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Eugene Pincham is only partially correct when he takes permit parking in the city to task [May 28]. There should not be any resident-only parking in the city regardless of what the courts or the city council says. I pay the same taxes that go for street upkeep and maintenance as any other resident of Chicago. As such I deserve the same parking privileges in the city as anyone else, regardless of the neighborhood in which I live.

I know many people (most of whom are originally from somewhere else) who live in congested neighborhoods (Lakeview, Lincoln Park, Wicker Park, etc) who feel that due to the high rent that they must pay (especially relative to mine) they are entitled to something special. I agree. They are entitled to convenient access to all the amenities that those neighborhoods offer and others do not. It does not give them special right to access public property. It is tantamount to making the claim that Lincoln Park Zoo is only for residents of Lincoln Park or that the museums are only for the residents of Central Station or Dearborn Park. It’s ridiculous.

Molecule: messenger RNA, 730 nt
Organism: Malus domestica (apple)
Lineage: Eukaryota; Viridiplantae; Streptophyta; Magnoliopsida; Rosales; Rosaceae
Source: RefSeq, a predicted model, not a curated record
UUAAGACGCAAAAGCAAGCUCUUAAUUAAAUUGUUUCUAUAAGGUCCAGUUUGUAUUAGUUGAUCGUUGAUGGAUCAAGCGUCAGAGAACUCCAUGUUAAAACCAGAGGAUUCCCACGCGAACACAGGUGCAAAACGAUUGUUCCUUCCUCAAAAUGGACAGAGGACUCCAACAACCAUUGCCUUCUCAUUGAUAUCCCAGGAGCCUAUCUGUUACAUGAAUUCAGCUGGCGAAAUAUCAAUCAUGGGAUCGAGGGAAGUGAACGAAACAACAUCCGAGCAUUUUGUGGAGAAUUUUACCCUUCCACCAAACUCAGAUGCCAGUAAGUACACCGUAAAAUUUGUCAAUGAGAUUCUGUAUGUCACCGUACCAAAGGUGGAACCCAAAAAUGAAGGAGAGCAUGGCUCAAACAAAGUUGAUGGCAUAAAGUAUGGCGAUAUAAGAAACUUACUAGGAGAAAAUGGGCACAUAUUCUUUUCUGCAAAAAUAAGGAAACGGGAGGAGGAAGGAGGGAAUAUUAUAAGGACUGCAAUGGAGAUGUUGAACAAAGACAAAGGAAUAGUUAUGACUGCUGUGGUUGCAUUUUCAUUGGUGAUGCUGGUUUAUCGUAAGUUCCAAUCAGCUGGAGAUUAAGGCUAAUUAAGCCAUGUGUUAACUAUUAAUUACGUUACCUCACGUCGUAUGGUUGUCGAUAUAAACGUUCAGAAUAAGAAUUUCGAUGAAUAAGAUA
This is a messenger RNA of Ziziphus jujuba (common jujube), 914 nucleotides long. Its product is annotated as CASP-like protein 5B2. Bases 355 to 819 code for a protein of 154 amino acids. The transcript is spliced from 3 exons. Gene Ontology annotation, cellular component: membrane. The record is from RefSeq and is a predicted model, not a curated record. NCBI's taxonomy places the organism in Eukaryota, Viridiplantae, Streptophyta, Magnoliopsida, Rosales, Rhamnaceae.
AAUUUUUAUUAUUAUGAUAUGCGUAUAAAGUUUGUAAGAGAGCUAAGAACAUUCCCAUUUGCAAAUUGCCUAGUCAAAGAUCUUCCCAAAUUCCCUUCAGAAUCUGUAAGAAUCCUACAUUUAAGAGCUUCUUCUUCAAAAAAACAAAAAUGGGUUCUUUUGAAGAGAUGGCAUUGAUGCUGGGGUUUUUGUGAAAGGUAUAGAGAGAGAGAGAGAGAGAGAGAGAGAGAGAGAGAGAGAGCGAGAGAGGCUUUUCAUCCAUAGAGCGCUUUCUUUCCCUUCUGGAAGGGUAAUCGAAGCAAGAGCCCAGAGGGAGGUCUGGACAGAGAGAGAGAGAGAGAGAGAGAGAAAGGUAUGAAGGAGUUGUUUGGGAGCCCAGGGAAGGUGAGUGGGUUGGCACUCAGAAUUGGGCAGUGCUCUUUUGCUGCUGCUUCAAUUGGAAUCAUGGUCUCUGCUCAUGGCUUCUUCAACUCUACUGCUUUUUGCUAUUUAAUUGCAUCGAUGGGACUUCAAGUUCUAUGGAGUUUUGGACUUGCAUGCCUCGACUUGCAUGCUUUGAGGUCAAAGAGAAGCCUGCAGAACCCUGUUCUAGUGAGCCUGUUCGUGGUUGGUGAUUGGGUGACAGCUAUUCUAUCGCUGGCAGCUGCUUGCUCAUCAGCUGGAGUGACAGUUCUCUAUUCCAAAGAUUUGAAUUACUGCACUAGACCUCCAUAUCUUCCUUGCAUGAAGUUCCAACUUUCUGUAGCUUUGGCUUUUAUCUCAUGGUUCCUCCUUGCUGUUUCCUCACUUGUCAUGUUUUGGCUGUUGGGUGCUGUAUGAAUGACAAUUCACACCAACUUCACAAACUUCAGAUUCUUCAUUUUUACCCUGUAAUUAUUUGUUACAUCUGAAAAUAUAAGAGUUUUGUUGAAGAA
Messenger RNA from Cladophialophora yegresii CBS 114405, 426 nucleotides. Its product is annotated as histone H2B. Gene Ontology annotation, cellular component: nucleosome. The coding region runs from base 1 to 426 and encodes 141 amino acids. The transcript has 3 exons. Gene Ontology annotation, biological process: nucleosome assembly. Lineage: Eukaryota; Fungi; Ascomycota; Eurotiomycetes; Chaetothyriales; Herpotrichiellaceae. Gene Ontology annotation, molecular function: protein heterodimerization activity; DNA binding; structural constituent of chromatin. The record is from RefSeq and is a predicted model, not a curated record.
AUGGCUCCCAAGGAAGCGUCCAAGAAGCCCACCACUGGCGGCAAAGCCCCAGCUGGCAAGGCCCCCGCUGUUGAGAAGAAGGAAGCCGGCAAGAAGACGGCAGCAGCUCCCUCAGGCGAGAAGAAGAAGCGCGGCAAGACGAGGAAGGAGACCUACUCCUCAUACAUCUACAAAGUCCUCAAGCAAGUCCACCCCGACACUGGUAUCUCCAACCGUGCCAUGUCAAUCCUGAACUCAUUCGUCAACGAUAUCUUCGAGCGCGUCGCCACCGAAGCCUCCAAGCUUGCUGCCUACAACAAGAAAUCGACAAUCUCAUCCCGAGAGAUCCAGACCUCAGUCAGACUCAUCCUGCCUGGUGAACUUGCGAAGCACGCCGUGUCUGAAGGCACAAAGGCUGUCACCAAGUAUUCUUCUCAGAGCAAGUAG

The solution to the parking problem in those neighborhoods is simple: pay for a private parking space or cope the best you can. People can also, like I did, move (from Lakeview to Uptown). If one doesn’t take parking into consideration in choosing a place in which to live, one shouldn’t look to government to address one’s own oversight at the expense of other taxpayers.

The most egregious aspect of permit parking is the guest pass. I am a lifelong Chicagoan who walks through these neighborhoods, and I see cars parked in places that I cannot park in with license plates from Indiana, Wisconsin, New York, Florida, etc. They pay no taxes here and they have privileges to park in my city that I don’t have. That is unfair, to say the least.

John O’Grady